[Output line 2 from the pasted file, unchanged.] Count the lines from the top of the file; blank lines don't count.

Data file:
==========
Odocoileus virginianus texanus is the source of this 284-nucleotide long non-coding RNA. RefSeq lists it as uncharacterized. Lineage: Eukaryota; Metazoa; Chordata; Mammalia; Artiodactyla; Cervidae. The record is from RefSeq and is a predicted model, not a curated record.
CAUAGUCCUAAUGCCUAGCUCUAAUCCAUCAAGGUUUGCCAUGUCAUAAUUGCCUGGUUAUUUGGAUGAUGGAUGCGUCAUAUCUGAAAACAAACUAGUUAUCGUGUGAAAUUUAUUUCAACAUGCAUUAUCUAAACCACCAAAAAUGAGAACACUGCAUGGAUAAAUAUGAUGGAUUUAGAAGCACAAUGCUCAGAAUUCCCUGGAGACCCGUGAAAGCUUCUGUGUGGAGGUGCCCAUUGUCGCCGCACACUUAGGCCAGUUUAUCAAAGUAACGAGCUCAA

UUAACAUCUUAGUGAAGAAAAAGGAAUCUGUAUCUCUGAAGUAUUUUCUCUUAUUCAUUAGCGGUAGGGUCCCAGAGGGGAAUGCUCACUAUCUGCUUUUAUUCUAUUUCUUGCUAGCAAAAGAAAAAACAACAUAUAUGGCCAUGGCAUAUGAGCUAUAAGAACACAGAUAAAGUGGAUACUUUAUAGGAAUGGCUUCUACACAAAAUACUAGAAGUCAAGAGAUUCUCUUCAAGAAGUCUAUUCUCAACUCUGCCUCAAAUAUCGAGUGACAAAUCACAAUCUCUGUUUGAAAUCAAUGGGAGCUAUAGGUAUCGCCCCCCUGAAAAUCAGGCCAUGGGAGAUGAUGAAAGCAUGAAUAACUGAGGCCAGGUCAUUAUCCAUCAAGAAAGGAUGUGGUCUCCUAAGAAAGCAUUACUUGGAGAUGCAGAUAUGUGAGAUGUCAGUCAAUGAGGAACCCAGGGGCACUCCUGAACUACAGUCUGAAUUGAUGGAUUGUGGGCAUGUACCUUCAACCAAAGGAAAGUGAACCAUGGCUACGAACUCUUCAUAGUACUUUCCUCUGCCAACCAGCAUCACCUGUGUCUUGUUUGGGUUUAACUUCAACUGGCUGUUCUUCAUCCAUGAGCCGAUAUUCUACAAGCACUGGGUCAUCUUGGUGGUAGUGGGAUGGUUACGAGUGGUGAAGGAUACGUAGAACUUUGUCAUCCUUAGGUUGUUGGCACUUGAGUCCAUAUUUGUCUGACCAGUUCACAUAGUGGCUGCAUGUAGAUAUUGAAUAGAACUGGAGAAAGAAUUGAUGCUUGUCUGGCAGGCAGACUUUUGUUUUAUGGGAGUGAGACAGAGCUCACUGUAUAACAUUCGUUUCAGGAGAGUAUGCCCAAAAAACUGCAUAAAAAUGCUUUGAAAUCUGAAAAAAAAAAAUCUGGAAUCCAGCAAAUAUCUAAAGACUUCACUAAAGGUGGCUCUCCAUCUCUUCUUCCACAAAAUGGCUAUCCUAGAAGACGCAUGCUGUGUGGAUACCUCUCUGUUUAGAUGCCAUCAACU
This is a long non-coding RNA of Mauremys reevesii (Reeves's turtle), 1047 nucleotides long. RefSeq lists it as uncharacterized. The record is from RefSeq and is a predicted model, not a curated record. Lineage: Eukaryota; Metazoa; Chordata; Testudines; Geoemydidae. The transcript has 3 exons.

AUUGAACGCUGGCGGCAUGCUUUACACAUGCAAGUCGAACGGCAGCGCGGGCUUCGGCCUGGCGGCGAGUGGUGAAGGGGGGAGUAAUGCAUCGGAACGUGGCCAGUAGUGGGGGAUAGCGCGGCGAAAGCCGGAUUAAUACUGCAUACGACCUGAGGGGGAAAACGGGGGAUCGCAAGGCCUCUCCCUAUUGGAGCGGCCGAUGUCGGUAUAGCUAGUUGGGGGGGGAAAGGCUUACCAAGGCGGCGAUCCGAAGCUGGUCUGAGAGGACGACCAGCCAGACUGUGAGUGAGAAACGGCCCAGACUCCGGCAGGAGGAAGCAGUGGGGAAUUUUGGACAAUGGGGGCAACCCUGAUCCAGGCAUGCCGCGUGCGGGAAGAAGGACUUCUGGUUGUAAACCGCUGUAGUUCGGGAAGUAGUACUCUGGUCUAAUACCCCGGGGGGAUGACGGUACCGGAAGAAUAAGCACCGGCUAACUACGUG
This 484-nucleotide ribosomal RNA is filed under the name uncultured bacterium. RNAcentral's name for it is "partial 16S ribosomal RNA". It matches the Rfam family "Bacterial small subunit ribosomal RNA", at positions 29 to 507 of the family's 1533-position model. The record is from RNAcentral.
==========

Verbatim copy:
CAUAGUCCUAAUGCCUAGCUCUAAUCCAUCAAGGUUUGCCAUGUCAUAAUUGCCUGGUUAUUUGGAUGAUGGAUGCGUCAUAUCUGAAAACAAACUAGUUAUCGUGUGAAAUUUAUUUCAACAUGCAUUAUCUAAACCACCAAAAAUGAGAACACUGCAUGGAUAAAUAUGAUGGAUUUAGAAGCACAAUGCUCAGAAUUCCCUGGAGACCCGUGAAAGCUUCUGUGUGGAGGUGCCCAUUGUCGCCGCACACUUAGGCCAGUUUAUCAAAGUAACGAGCUCAA